When you talk to business leaders, bankers, fund managers and the like these day, you hear more complaints about the Government than you ever did when Helen Clark was in power.
That's by no means because Labour were popular in business circles. Generally Clark's team were simply viewed as the enemy, so expectations were low.
There seemed to be little point in complaining. Plus there was a market boom, so as long as the Government didn't actively get in the way of things, politics just wasn't much of a conversation-starter.
But there was great anticipation in business circles about the arrival of a National Government led by John Key - himself a market player.
There were high expectations that big changes were coming. Not just change in style and personality, which there has surely been, but bold change for the economy.
Key (and his left-wing opponents) will argue there has been plenty of change and more is on its way. Key would say it is being done in a measured way, at a pace the electorate can handle. In other words, he plans to be in power for another term or two and is playing a long game.
But many in the business community feel let down by the extent of the reforms introduced by National in its first term.
These aren't people who write letters to the editor or tweet and blog their gripes to the world. But they do talk about it over lunch, or coffee or at conferences, black tie awards, functions and the like. They even talk about it with people like Don Brash and John Banks.
The buzz of dissent on the right has been growing for some time. Key and Finance Minister Bill English have been aware of it, but until now have been comfortable that their support in the business world did not have anywhere credible to shift. It now seems they may have been too comfortable.
In economic terms, demand for a credible voice on the right was outstripping supply. It is hardly surprising that Brash, doctor of economics, should recognise that.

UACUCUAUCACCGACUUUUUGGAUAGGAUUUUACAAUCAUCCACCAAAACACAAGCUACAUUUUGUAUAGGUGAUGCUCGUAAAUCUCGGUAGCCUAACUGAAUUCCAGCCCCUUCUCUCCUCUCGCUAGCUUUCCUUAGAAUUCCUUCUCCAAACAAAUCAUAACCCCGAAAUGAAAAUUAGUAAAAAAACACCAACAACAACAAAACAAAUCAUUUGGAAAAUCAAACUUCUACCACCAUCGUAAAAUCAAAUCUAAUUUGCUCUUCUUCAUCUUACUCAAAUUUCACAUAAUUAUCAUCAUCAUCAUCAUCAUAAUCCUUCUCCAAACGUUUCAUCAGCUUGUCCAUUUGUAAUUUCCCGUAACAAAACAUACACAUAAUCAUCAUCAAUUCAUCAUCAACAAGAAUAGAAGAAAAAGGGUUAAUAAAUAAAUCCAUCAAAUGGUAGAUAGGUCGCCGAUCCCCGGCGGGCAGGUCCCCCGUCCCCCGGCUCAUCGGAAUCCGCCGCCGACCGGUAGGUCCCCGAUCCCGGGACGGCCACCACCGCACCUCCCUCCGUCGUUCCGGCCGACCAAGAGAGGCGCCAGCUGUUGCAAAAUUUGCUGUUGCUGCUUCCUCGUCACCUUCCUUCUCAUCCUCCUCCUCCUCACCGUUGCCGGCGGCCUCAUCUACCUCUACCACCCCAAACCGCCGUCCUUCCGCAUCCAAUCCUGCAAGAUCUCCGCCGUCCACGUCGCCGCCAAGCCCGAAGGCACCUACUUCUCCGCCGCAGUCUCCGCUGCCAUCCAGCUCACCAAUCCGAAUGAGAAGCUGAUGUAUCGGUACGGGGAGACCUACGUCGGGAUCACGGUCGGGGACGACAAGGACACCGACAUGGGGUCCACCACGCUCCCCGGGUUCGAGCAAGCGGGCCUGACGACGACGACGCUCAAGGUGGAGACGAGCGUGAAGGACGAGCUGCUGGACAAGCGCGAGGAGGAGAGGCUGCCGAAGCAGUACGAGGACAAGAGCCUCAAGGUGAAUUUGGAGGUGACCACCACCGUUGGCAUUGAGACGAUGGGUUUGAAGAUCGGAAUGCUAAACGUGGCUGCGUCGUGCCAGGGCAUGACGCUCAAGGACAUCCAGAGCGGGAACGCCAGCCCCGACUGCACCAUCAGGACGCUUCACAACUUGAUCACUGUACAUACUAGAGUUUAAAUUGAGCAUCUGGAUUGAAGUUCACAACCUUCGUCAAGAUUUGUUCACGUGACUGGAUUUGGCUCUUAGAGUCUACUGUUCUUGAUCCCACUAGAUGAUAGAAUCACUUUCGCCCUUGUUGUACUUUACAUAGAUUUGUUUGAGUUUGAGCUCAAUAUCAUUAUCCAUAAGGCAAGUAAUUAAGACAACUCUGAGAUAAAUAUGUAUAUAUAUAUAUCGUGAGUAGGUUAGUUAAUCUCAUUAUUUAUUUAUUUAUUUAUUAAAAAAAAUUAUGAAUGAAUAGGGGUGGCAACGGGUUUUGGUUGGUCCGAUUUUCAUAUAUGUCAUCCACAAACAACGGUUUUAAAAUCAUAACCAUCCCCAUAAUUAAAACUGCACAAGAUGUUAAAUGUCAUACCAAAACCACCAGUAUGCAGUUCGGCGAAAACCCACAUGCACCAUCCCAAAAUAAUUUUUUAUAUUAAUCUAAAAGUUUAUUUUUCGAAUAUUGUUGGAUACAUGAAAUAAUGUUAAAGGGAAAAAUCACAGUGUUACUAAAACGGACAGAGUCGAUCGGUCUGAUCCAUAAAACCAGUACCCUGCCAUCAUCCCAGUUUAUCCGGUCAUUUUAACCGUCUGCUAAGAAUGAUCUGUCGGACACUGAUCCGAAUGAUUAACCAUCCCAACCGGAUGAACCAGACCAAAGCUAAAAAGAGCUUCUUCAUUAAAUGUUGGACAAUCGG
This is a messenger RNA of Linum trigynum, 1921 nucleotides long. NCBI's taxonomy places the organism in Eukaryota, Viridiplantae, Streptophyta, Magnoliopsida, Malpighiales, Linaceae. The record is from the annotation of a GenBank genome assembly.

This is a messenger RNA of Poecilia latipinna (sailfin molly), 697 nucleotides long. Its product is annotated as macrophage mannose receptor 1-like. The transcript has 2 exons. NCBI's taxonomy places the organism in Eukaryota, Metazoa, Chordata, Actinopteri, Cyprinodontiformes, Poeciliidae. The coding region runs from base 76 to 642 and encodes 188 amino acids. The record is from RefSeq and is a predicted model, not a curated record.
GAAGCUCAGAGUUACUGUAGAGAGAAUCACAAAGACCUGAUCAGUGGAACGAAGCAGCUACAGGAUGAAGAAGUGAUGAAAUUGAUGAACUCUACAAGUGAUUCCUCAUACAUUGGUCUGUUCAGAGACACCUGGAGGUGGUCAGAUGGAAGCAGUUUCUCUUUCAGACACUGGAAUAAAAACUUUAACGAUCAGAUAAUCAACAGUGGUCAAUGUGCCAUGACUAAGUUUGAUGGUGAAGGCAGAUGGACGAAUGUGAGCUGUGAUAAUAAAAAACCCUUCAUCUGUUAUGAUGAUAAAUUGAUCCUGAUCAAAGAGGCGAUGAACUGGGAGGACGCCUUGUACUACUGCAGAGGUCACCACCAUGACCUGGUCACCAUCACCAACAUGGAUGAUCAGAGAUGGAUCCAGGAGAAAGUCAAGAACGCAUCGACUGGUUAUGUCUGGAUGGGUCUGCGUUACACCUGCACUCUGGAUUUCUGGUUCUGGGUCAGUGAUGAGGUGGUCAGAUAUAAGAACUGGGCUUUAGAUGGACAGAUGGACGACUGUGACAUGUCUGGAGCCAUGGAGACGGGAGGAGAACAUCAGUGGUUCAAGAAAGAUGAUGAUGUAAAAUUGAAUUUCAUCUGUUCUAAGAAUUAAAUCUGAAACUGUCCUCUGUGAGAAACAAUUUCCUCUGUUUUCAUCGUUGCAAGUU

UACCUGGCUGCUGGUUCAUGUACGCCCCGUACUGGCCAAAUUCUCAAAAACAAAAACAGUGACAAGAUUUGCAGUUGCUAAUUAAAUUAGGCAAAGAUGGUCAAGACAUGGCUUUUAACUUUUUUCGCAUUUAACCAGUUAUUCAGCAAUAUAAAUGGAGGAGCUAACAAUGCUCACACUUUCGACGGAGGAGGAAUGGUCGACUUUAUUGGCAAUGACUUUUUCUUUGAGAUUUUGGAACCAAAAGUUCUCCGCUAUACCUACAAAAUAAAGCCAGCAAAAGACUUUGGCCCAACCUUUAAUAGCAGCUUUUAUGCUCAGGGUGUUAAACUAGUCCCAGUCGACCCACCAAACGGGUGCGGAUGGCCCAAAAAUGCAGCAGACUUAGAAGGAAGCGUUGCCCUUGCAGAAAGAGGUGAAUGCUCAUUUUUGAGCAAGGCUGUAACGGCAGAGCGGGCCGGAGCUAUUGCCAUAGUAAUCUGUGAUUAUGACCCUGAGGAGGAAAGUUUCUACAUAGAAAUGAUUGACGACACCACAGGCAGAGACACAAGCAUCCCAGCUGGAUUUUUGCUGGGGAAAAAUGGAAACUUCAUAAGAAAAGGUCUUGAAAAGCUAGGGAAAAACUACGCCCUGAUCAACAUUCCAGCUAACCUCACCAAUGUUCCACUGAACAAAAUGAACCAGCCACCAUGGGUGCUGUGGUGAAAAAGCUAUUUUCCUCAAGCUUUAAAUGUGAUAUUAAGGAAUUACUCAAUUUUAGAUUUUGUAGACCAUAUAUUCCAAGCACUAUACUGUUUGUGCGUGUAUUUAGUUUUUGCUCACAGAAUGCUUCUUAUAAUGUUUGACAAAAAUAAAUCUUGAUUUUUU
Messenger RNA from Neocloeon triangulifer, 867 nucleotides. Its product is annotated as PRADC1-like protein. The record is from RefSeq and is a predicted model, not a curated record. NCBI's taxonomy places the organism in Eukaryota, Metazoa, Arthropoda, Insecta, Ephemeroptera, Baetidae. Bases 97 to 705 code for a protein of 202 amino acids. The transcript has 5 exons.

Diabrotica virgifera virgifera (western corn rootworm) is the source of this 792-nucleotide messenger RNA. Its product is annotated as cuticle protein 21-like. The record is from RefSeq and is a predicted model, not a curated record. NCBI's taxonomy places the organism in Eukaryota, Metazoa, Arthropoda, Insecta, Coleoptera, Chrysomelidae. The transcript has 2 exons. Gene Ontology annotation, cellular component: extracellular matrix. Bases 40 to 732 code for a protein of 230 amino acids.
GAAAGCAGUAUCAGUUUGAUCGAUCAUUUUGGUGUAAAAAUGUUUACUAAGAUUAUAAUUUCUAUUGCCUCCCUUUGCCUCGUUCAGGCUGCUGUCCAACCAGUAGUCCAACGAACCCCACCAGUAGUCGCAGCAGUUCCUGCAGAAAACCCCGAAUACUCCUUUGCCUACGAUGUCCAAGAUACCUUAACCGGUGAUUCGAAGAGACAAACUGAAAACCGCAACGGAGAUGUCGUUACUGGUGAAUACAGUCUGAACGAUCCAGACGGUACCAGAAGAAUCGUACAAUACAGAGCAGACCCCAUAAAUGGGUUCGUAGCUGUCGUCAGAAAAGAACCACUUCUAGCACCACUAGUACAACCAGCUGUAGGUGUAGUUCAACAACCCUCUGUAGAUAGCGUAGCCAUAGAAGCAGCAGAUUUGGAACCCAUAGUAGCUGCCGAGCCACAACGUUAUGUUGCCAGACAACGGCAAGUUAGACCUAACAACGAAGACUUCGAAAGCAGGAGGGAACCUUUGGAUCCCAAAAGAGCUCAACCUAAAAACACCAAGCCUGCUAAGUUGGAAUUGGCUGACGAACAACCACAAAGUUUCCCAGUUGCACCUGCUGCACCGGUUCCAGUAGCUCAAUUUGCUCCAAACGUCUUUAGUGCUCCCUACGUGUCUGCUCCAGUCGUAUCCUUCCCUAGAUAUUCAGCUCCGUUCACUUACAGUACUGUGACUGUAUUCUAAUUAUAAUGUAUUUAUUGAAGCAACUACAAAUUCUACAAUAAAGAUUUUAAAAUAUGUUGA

He saw an opportunity and with his business partner John Banks (both co-directors of Huljich Wealth Management) he rallied supporters.
As Act leader Brash is freed from the difficulties he faced connecting with the wider New Zealand public.
He no longer has to try and be a down-to-earth Kiwi bloke.
Despite the view his brand has been tarnished in the mainstream by his failed leadership stint with National, Brash is still a star to some.
His tenure as Reserve Bank Governor was regarded as world leading, most specifically in terms of his focus on tackling inflation.
Those covering the Reserve Bank at the time also recall the cult of personality which grew up around the Governor.
That popularity and respect remains very much in place within a highly influential and highly affluent niche of the electorate.
It was his complete confidence in the support of this niche which allowed Brash to move so boldly against Rodney Hide.
Presumably his goal now is to capture enough National votes to ensure they need a partner to govern. He must also ensure Act gets enough support to position itself as the sole coalition partner.
That would force Key and English to make concessions to the right and harden up policy which those business leaders and market players perceive as being too soft.
Sounds simple in theory. But politics never is. There is another interesting dynamic here - the Maori Party.
Given Brash's track record with Maori issues it is unlikely the two minor parties will both be able to work with National as they do now.
Race relations aside, one of the supposed attractions of Act under Brash is that it will refocus on core values of economic reform with less chest beating on social policy issues such as law and order.
Perhaps on that basis Brash won't be so quick to follow his 2005 strategy and engage directly in debate about Maori issues.
The Act/National combination is likely to be unappealing to many centrist voters who might have otherwise supported Key. At least that's an idea Labour will be milking for all it is worth.
Could Key find it easier to hold middle New Zealand in a partnership with what looks like a pretty sensible and centrist Maori party?
Perhaps in typically canny Key style, he would defer to the party with the most votes or seats as the one with the most legitimate mandate to join the Government.
It is an intriguing possibility and one that puts Act in direct competition with the Maori Party for pole position as coalition partner.